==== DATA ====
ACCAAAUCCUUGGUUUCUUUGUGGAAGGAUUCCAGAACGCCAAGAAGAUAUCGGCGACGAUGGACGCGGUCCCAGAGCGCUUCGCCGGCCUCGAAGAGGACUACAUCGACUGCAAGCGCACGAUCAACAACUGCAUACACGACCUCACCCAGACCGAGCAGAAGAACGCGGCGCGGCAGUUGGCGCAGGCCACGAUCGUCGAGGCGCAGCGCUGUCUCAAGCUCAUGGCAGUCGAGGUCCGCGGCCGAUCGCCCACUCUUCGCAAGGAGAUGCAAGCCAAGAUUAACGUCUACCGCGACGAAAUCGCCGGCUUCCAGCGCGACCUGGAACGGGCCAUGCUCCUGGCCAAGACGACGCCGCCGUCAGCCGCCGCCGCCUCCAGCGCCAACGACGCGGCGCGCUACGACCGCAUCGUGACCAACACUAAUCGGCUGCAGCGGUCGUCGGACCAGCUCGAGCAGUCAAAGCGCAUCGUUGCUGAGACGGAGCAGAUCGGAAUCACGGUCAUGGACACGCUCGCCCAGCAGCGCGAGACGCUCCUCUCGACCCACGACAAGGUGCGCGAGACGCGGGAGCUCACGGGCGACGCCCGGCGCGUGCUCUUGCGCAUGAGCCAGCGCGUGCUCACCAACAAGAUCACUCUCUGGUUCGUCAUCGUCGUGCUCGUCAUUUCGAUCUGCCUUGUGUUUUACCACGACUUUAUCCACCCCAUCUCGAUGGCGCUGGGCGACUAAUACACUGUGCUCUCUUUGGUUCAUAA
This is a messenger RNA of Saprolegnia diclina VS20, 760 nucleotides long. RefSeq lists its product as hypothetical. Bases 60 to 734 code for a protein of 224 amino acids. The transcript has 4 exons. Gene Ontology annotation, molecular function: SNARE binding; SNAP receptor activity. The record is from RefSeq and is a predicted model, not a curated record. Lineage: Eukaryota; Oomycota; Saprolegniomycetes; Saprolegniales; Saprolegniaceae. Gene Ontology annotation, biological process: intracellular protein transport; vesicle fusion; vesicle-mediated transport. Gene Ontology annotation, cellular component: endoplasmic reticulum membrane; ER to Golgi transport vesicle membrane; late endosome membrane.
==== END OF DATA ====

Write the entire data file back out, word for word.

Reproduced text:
ACCAAAUCCUUGGUUUCUUUGUGGAAGGAUUCCAGAACGCCAAGAAGAUAUCGGCGACGAUGGACGCGGUCCCAGAGCGCUUCGCCGGCCUCGAAGAGGACUACAUCGACUGCAAGCGCACGAUCAACAACUGCAUACACGACCUCACCCAGACCGAGCAGAAGAACGCGGCGCGGCAGUUGGCGCAGGCCACGAUCGUCGAGGCGCAGCGCUGUCUCAAGCUCAUGGCAGUCGAGGUCCGCGGCCGAUCGCCCACUCUUCGCAAGGAGAUGCAAGCCAAGAUUAACGUCUACCGCGACGAAAUCGCCGGCUUCCAGCGCGACCUGGAACGGGCCAUGCUCCUGGCCAAGACGACGCCGCCGUCAGCCGCCGCCGCCUCCAGCGCCAACGACGCGGCGCGCUACGACCGCAUCGUGACCAACACUAAUCGGCUGCAGCGGUCGUCGGACCAGCUCGAGCAGUCAAAGCGCAUCGUUGCUGAGACGGAGCAGAUCGGAAUCACGGUCAUGGACACGCUCGCCCAGCAGCGCGAGACGCUCCUCUCGACCCACGACAAGGUGCGCGAGACGCGGGAGCUCACGGGCGACGCCCGGCGCGUGCUCUUGCGCAUGAGCCAGCGCGUGCUCACCAACAAGAUCACUCUCUGGUUCGUCAUCGUCGUGCUCGUCAUUUCGAUCUGCCUUGUGUUUUACCACGACUUUAUCCACCCCAUCUCGAUGGCGCUGGGCGACUAAUACACUGUGCUCUCUUUGGUUCAUAA
This is a messenger RNA of Saprolegnia diclina VS20, 760 nucleotides long. RefSeq lists its product as hypothetical. Bases 60 to 734 code for a protein of 224 amino acids. The transcript has 4 exons. Gene Ontology annotation, molecular function: SNARE binding; SNAP receptor activity. The record is from RefSeq and is a predicted model, not a curated record. Lineage: Eukaryota; Oomycota; Saprolegniomycetes; Saprolegniales; Saprolegniaceae. Gene Ontology annotation, biological process: intracellular protein transport; vesicle fusion; vesicle-mediated transport. Gene Ontology annotation, cellular component: endoplasmic reticulum membrane; ER to Golgi transport vesicle membrane; late endosome membrane.